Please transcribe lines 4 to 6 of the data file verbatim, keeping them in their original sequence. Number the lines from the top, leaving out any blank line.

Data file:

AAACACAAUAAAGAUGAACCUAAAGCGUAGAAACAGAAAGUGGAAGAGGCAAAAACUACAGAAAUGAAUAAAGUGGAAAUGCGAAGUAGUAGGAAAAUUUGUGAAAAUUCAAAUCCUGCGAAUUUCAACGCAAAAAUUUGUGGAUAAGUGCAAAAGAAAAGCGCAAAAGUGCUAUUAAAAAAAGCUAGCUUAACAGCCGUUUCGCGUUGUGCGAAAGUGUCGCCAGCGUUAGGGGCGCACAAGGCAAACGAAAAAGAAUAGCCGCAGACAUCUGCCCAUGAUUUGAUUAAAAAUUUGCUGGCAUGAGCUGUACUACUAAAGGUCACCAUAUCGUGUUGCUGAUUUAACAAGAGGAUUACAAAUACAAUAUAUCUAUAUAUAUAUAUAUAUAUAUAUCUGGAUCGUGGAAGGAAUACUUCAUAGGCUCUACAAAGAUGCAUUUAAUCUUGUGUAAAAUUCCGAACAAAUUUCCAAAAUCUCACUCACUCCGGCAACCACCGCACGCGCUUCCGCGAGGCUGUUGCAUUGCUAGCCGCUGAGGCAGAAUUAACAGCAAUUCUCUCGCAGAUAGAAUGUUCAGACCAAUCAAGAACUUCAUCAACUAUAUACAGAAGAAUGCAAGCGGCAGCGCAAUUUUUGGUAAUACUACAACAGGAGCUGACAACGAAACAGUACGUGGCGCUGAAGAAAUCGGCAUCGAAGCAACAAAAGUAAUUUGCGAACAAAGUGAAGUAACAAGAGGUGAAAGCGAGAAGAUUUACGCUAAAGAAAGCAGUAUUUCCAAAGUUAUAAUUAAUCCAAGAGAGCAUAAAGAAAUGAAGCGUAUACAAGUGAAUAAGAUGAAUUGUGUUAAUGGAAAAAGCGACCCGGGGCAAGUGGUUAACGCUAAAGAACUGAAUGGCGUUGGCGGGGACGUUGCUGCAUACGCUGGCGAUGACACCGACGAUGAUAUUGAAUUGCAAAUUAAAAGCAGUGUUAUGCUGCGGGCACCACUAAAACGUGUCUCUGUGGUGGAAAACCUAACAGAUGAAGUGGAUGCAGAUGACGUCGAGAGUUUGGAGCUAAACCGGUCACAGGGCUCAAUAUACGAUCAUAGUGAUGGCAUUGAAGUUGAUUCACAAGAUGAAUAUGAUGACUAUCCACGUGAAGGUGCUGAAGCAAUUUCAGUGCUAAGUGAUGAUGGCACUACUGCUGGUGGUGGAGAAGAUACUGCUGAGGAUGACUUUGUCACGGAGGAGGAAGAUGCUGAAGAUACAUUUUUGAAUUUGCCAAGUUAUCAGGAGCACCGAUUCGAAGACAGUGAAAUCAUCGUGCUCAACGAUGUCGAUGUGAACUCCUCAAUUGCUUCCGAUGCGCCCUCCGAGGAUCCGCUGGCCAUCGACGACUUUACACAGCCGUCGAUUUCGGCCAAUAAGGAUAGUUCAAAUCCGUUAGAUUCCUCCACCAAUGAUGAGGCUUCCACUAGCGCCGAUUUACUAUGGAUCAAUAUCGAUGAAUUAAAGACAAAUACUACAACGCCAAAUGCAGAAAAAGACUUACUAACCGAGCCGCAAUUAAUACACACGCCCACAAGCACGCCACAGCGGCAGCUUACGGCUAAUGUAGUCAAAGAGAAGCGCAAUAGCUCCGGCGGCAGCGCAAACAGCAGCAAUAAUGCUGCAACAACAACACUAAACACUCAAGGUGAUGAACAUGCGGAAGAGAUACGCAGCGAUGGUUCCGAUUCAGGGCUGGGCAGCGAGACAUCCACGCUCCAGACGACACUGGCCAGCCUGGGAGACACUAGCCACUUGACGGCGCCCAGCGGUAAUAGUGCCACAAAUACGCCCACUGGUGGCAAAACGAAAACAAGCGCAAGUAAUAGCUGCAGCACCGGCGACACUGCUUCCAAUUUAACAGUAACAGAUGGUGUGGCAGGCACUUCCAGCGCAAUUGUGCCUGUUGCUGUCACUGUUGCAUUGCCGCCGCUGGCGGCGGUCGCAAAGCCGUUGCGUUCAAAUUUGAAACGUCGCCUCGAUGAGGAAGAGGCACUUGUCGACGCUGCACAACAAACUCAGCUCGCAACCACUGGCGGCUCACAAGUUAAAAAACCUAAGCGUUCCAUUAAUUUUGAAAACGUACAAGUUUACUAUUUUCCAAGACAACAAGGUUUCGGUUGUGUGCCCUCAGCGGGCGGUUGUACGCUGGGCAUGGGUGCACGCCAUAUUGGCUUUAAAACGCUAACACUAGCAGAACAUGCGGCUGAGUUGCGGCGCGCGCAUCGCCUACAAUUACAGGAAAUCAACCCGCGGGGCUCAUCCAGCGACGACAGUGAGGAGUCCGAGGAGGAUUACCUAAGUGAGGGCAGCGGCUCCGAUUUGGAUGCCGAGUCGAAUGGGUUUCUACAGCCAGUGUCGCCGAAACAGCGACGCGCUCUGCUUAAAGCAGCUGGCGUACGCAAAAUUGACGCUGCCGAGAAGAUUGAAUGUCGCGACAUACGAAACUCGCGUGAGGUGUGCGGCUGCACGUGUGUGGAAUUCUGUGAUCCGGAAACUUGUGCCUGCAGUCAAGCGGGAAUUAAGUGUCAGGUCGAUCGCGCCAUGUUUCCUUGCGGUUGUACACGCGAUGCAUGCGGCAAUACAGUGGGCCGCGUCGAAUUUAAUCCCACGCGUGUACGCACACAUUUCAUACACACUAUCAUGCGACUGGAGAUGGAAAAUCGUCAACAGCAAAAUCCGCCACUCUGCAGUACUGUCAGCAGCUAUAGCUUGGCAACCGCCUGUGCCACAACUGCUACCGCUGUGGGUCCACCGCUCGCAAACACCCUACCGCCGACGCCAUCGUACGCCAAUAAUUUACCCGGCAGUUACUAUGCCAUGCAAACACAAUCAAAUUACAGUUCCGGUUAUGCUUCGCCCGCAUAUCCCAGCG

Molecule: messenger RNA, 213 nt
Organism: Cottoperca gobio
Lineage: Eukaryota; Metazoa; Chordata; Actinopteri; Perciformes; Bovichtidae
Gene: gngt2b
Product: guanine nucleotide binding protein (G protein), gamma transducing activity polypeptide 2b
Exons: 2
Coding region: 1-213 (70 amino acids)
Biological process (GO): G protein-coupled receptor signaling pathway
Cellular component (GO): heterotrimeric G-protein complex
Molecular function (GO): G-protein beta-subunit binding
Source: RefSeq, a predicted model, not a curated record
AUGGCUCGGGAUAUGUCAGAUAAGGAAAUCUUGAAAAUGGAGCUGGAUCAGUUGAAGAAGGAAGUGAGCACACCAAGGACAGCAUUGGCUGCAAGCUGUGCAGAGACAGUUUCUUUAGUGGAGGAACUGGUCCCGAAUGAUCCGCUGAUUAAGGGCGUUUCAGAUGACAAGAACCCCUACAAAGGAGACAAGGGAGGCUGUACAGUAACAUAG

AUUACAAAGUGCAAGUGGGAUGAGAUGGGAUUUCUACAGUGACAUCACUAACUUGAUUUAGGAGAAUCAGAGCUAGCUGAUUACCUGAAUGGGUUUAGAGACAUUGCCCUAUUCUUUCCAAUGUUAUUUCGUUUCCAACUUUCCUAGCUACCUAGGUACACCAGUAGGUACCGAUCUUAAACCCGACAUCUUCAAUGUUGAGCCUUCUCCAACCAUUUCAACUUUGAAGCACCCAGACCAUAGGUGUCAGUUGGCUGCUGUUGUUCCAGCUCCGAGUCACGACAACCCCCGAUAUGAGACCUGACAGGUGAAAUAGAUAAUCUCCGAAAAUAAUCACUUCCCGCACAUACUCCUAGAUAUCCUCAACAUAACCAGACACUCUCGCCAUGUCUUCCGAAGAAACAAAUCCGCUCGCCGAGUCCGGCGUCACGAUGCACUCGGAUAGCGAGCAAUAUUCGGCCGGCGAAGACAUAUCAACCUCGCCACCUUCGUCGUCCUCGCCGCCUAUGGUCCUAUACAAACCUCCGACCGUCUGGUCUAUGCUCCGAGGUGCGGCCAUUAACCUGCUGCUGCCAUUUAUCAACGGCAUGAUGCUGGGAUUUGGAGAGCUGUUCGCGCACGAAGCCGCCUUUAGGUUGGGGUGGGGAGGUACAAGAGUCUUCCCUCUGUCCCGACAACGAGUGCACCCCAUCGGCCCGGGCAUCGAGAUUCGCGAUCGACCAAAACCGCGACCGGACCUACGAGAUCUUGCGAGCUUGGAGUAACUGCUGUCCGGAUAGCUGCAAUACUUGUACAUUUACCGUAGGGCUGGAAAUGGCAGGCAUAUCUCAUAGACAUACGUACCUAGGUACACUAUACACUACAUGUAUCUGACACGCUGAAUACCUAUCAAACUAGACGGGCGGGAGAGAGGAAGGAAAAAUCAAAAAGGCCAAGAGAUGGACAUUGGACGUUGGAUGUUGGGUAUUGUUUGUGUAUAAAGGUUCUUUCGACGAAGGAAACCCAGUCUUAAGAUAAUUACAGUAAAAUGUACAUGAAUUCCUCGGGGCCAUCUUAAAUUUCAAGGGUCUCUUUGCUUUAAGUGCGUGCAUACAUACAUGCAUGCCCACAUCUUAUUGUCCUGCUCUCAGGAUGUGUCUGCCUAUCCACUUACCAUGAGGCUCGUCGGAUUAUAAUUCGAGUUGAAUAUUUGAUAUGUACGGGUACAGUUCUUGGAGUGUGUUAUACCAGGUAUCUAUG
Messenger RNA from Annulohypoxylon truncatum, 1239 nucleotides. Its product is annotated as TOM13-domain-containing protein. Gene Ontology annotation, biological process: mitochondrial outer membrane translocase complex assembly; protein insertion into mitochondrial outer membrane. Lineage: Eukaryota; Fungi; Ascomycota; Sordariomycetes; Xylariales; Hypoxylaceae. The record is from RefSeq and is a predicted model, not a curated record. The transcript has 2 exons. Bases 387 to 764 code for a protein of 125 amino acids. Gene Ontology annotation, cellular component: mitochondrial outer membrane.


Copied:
Lineage: Eukaryota; Metazoa; Chordata; Actinopteri; Perciformes; Bovichtidae
Gene: gngt2b
Product: guanine nucleotide binding protein (G protein), gamma transducing activity polypeptide 2b